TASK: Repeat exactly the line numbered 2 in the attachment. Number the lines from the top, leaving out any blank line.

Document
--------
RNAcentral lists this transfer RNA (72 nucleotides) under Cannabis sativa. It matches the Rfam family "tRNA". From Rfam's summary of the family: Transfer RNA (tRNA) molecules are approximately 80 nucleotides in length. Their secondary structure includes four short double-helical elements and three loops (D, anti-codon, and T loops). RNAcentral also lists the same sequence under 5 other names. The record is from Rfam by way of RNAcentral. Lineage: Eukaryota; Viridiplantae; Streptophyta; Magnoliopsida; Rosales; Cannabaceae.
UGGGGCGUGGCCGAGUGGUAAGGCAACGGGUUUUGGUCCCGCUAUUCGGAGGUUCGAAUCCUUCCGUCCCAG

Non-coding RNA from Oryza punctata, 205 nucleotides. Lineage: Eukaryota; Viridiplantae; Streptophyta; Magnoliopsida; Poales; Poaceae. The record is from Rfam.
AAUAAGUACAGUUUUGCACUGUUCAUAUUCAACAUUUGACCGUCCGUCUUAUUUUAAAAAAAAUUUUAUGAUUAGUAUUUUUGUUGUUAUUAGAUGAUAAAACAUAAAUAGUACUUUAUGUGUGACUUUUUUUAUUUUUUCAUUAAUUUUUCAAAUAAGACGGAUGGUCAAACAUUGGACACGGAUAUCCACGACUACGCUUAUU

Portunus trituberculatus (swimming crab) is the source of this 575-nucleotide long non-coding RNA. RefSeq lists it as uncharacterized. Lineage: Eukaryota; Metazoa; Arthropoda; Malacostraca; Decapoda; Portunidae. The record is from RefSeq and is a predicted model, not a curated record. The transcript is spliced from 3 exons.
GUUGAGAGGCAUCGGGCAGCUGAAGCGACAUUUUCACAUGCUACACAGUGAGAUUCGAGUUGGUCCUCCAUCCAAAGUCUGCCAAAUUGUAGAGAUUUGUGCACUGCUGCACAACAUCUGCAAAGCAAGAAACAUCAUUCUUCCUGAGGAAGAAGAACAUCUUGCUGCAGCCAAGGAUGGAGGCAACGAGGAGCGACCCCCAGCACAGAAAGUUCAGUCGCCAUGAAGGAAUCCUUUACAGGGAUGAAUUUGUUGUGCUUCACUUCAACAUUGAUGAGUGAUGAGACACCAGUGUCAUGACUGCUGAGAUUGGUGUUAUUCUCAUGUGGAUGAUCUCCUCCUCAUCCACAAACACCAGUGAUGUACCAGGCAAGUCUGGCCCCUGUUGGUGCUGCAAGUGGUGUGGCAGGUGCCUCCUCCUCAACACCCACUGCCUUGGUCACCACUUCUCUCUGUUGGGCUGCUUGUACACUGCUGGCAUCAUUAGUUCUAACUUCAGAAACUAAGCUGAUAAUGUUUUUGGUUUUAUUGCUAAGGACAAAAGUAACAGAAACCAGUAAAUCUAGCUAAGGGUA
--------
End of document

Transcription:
UGGGGCGUGGCCGAGUGGUAAGGCAACGGGUUUUGGUCCCGCUAUUCGGAGGUUCGAAUCCUUCCGUCCCAG